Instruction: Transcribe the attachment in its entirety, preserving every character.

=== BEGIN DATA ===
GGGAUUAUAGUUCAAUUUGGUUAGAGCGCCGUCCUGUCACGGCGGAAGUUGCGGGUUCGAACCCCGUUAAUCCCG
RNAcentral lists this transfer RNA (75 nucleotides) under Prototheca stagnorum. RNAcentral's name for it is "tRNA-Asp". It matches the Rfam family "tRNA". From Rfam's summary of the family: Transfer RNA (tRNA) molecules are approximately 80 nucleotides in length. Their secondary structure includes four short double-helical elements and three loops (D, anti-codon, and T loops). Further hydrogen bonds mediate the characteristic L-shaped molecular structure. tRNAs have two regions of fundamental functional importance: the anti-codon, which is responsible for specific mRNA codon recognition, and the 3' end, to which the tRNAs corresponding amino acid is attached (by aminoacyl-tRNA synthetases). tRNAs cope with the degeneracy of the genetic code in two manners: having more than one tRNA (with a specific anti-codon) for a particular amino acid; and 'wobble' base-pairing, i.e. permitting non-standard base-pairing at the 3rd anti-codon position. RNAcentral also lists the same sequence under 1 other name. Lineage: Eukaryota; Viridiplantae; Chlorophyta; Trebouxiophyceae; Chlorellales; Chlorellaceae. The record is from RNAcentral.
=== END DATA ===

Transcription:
GGGAUUAUAGUUCAAUUUGGUUAGAGCGCCGUCCUGUCACGGCGGAAGUUGCGGGUUCGAACCCCGUUAAUCCCG
RNAcentral lists this transfer RNA (75 nucleotides) under Prototheca stagnorum. RNAcentral's name for it is "tRNA-Asp". It matches the Rfam family "tRNA". From Rfam's summary of the family: Transfer RNA (tRNA) molecules are approximately 80 nucleotides in length. Their secondary structure includes four short double-helical elements and three loops (D, anti-codon, and T loops). Further hydrogen bonds mediate the characteristic L-shaped molecular structure. tRNAs have two regions of fundamental functional importance: the anti-codon, which is responsible for specific mRNA codon recognition, and the 3' end, to which the tRNAs corresponding amino acid is attached (by aminoacyl-tRNA synthetases). tRNAs cope with the degeneracy of the genetic code in two manners: having more than one tRNA (with a specific anti-codon) for a particular amino acid; and 'wobble' base-pairing, i.e. permitting non-standard base-pairing at the 3rd anti-codon position. RNAcentral also lists the same sequence under 1 other name. Lineage: Eukaryota; Viridiplantae; Chlorophyta; Trebouxiophyceae; Chlorellales; Chlorellaceae. The record is from RNAcentral.